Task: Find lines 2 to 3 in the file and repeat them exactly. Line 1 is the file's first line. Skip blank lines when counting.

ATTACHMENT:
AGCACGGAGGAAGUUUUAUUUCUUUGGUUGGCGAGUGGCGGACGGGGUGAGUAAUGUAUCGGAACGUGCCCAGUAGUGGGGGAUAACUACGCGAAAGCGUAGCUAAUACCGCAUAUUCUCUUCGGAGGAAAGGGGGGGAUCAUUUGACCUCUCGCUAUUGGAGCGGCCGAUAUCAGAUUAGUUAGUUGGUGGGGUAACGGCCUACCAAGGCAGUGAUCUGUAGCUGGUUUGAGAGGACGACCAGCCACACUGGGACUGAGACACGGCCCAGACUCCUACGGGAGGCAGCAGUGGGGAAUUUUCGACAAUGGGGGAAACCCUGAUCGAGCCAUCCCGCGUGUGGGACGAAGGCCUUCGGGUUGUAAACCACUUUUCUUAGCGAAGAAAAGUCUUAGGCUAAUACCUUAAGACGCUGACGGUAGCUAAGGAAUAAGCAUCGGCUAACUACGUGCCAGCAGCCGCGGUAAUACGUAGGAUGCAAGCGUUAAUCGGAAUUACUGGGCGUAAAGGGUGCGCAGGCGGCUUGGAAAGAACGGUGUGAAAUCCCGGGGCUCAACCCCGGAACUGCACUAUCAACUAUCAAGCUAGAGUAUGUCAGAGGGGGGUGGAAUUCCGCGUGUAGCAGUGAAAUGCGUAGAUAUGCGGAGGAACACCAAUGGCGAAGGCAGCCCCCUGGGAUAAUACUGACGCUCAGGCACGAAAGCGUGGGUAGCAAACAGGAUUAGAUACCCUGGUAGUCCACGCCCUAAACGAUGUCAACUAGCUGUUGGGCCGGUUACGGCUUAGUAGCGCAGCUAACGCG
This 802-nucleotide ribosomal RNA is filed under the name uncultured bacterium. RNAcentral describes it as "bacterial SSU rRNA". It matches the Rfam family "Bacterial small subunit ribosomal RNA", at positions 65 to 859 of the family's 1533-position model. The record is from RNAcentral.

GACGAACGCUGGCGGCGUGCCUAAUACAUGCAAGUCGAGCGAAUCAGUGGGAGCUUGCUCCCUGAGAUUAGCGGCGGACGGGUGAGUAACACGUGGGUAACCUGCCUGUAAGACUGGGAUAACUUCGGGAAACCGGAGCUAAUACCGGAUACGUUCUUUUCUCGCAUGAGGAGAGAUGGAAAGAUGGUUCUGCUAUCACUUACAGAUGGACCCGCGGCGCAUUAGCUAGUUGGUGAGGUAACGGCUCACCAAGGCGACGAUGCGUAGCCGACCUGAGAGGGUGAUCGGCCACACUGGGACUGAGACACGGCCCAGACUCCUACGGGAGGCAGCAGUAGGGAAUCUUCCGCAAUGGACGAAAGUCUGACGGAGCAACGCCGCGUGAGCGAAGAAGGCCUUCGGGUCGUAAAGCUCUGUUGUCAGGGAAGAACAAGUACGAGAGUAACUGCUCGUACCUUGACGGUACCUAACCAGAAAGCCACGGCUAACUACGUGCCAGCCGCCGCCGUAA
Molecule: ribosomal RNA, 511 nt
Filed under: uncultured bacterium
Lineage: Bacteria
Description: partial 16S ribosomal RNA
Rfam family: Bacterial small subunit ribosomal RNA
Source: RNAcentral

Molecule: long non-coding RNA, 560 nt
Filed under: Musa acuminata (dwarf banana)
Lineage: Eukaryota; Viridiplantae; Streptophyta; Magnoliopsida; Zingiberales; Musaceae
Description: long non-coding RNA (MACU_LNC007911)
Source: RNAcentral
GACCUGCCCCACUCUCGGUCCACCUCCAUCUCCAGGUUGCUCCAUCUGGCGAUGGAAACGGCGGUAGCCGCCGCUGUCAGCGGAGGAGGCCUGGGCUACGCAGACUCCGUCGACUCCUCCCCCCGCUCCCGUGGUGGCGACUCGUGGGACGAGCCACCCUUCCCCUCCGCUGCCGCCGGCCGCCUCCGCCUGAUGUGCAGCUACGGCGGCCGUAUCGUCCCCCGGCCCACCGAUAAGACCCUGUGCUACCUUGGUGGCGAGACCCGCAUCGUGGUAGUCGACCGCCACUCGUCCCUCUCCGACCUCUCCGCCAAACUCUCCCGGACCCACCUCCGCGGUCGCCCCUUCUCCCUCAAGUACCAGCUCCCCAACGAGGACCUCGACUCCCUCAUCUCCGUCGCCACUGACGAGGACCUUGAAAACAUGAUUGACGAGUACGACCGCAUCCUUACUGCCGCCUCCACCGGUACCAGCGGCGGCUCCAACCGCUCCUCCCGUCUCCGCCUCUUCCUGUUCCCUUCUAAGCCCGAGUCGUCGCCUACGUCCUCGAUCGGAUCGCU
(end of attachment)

This 802-nucleotide ribosomal RNA is filed under the name uncultured bacterium. RNAcentral describes it as "bacterial SSU rRNA". It matches the Rfam family "Bacterial small subunit ribosomal RNA", at positions 65 to 859 of the family's 1533-position model. The record is from RNAcentral.

GACGAACGCUGGCGGCGUGCCUAAUACAUGCAAGUCGAGCGAAUCAGUGGGAGCUUGCUCCCUGAGAUUAGCGGCGGACGGGUGAGUAACACGUGGGUAACCUGCCUGUAAGACUGGGAUAACUUCGGGAAACCGGAGCUAAUACCGGAUACGUUCUUUUCUCGCAUGAGGAGAGAUGGAAAGAUGGUUCUGCUAUCACUUACAGAUGGACCCGCGGCGCAUUAGCUAGUUGGUGAGGUAACGGCUCACCAAGGCGACGAUGCGUAGCCGACCUGAGAGGGUGAUCGGCCACACUGGGACUGAGACACGGCCCAGACUCCUACGGGAGGCAGCAGUAGGGAAUCUUCCGCAAUGGACGAAAGUCUGACGGAGCAACGCCGCGUGAGCGAAGAAGGCCUUCGGGUCGUAAAGCUCUGUUGUCAGGGAAGAACAAGUACGAGAGUAACUGCUCGUACCUUGACGGUACCUAACCAGAAAGCCACGGCUAACUACGUGCCAGCCGCCGCCGUAA